Q&A with Senior Design Manager Jess Blanch

CHH Staffer Jess Blanch. Photo courtesy of Harry Connolly.

1. Congratulations on your recent promotion to Senior Design Manager. As a Rose Fellow at CHH, you’ve been instrumental in guiding our internal environmental work – greening our building portfolio. What does that work entail and how do you foresee it continuing under this new role?

Thank you! I am thrilled to continue my work with the team here at Capitol Hill Housing. Greening CHH’s portfolio includes not only ensuring our new buildings are designed to be as sustainable as they can be, but also finding opportunities to improve the energy and water efficiency in our existing properties which span building types, time periods, and sizes. The first step is called benchmarking–understanding how well our buildings perform, and then analyzing that performance to identify places where we could upgrade systems to reduce energy and water use. We have been working with a number of partners to do this work, and many of their recommendations are being wrapped into building renovations that will be happening over the next few years. These retrofits–things like toilets that use less water, low-energy LED light fixtures, or more efficient heating systems–will ultimately make our residents’ homes more comfortable and less expensive to operate with lower utility bills for both residents and CHH.

Beyond efficient buildings, we are also focusing on healthy materials. We are proud to partner with the Healthy Building Network’s HomeFree Initiative, which helps affordable housing organizations improve resident health outcomes by using less toxic products in our buildings. The Liberty Bank Building is the Pacific Northwest Demonstration Project for HomeFree, and we’re taking what we’ve learned from that project to develop design and operations standards that will reduce staff and resident exposure to toxic products. This work is being supported by the Washington State Department of Ecology and includes resident education and outreach.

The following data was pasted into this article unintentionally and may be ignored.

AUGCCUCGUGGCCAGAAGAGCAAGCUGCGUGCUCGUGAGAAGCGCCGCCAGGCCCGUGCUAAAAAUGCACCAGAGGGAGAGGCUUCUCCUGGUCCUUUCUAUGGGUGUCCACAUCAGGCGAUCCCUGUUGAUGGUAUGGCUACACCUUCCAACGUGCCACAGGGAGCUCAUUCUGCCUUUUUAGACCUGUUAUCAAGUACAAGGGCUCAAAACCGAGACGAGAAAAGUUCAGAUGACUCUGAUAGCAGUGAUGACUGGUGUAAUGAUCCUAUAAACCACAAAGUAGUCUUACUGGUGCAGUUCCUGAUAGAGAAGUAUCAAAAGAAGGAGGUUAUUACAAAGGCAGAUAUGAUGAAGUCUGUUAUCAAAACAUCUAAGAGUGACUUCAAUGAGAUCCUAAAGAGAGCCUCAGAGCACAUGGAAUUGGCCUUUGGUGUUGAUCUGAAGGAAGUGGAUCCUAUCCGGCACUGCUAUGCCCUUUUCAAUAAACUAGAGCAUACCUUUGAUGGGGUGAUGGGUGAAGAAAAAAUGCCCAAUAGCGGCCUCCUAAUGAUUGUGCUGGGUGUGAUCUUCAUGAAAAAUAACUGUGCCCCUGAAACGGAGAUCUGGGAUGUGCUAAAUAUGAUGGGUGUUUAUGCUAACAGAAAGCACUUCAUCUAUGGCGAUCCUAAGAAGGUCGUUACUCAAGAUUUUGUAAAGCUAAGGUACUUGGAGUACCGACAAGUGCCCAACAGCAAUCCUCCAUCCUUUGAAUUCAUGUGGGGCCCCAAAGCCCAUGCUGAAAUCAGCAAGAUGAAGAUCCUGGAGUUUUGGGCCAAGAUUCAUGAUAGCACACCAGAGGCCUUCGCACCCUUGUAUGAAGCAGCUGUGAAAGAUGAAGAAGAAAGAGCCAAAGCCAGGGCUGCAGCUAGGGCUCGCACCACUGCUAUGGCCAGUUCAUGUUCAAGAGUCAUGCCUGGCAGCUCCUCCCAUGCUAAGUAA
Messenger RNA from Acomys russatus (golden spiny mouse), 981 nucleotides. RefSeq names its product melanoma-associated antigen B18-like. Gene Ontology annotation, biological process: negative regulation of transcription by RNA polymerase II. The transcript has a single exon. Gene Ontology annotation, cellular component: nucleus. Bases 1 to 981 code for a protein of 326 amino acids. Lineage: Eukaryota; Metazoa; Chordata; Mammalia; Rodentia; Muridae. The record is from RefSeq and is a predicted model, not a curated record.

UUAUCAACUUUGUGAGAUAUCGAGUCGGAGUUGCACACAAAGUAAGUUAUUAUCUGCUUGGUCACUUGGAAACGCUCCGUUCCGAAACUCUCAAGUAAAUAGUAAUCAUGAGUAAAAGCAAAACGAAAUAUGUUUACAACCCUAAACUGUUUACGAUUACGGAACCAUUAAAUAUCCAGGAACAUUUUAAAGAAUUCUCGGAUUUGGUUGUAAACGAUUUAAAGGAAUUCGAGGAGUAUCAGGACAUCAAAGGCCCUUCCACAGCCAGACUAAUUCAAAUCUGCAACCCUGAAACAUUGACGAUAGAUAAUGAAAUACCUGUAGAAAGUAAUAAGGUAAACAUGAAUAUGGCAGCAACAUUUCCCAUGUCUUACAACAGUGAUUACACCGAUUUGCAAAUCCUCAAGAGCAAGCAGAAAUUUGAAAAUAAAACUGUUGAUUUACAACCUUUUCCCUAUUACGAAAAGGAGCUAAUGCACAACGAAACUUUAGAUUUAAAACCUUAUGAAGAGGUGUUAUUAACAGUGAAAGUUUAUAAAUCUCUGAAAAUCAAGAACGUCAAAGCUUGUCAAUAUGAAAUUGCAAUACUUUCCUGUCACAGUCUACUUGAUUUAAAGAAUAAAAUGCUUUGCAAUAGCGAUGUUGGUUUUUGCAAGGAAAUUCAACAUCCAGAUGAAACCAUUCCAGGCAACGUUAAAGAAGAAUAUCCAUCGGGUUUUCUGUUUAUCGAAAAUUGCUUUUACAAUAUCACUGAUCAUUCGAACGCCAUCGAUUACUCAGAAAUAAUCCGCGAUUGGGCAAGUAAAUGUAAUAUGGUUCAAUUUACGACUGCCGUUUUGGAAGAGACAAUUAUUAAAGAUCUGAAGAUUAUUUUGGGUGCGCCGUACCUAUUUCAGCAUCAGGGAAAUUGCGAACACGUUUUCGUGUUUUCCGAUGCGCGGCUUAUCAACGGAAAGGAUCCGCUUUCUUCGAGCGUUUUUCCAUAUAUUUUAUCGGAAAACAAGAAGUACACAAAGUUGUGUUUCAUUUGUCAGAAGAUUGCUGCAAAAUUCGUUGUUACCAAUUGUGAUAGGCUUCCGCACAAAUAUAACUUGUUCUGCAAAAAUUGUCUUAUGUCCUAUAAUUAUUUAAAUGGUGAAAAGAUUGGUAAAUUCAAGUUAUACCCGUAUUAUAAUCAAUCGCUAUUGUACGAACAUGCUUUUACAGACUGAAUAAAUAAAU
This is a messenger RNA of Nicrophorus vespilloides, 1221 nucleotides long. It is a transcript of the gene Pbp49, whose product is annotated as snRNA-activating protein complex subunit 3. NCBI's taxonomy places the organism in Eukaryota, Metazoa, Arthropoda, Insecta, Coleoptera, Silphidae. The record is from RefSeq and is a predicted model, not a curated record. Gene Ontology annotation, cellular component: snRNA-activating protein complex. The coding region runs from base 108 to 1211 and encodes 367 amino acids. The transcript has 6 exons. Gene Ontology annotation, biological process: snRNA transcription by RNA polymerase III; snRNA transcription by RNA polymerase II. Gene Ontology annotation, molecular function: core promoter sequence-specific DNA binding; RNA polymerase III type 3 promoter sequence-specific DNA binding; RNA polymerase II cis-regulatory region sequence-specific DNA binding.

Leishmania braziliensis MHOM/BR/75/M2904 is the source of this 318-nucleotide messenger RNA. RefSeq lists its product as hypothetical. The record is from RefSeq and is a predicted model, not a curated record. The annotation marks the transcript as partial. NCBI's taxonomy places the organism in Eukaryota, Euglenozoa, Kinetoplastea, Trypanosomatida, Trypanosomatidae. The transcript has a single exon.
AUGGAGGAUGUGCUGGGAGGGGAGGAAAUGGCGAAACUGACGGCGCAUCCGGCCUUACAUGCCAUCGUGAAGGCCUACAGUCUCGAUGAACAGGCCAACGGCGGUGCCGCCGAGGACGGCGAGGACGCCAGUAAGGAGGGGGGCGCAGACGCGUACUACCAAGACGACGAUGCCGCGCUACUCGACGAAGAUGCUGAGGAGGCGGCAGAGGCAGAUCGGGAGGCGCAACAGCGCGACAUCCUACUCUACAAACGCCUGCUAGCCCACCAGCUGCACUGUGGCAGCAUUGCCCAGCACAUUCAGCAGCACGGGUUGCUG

2. Your background is in architecture – what drives your passion for working in affordable housing?

For me, pursuing a career in architecture has always gone hand in hand with a commitment to helping others. The built environment plays a huge role in social, economic, and environmental justice, diversity, and equity. I strongly believe not only that housing is a human right, but that everyone deserves an affordable, well-designed, sustainable, and healthy home. Working in affordable housing development means I can affect decisions earlier in the process and ensure these priorities are baked into our work from the start.

3. In addition to driving environmental goals at CHH, you will be extensively involved in moving our pipeline of building projects forward. What there are you most excited about? 

I am really excited about some new developments I led during my Rose Fellowship and will continue to contribute to in the future: the White Center Community Hub and Jazz House. Both projects are collaborations with community organizations to build affordable housing co-located with social services and education opportunities in neighborhoods with high risk of displacement as our region continues to grow.  For the Hub we are partnering with Southwest Youth & Family Services, the White Center Community Development Association and King County to build affordable homes as well as social and community services in White Center. Jazz House is a partnership with local nonprofit Seattle JazzED, which will create an iconic new home for JazzED’s music education program for kids along with affordable homes in Rainier Valley.